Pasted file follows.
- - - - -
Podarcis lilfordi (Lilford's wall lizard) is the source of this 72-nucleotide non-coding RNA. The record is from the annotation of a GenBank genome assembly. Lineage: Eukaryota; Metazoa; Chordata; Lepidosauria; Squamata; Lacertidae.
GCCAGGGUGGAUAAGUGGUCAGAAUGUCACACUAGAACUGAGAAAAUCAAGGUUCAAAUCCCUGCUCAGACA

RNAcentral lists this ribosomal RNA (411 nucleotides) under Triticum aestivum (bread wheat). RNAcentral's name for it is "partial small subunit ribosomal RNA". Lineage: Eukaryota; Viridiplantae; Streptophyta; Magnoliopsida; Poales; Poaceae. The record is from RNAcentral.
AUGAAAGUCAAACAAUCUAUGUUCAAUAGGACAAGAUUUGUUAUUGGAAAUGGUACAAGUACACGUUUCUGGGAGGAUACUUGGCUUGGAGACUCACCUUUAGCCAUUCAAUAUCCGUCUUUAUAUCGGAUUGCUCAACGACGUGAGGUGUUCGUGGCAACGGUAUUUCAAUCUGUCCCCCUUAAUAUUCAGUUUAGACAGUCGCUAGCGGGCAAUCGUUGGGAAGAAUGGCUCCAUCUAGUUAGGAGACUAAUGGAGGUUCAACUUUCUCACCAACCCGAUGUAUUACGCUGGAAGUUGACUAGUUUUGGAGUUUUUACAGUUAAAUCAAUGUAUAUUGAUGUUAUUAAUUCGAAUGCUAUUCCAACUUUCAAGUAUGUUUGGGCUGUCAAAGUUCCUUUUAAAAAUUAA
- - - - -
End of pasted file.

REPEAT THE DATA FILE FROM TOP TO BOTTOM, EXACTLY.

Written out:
Podarcis lilfordi (Lilford's wall lizard) is the source of this 72-nucleotide non-coding RNA. The record is from the annotation of a GenBank genome assembly. Lineage: Eukaryota; Metazoa; Chordata; Lepidosauria; Squamata; Lacertidae.
GCCAGGGUGGAUAAGUGGUCAGAAUGUCACACUAGAACUGAGAAAAUCAAGGUUCAAAUCCCUGCUCAGACA

RNAcentral lists this ribosomal RNA (411 nucleotides) under Triticum aestivum (bread wheat). RNAcentral's name for it is "partial small subunit ribosomal RNA". Lineage: Eukaryota; Viridiplantae; Streptophyta; Magnoliopsida; Poales; Poaceae. The record is from RNAcentral.
AUGAAAGUCAAACAAUCUAUGUUCAAUAGGACAAGAUUUGUUAUUGGAAAUGGUACAAGUACACGUUUCUGGGAGGAUACUUGGCUUGGAGACUCACCUUUAGCCAUUCAAUAUCCGUCUUUAUAUCGGAUUGCUCAACGACGUGAGGUGUUCGUGGCAACGGUAUUUCAAUCUGUCCCCCUUAAUAUUCAGUUUAGACAGUCGCUAGCGGGCAAUCGUUGGGAAGAAUGGCUCCAUCUAGUUAGGAGACUAAUGGAGGUUCAACUUUCUCACCAACCCGAUGUAUUACGCUGGAAGUUGACUAGUUUUGGAGUUUUUACAGUUAAAUCAAUGUAUAUUGAUGUUAUUAAUUCGAAUGCUAUUCCAACUUUCAAGUAUGUUUGGGCUGUCAAAGUUCCUUUUAAAAAUUAA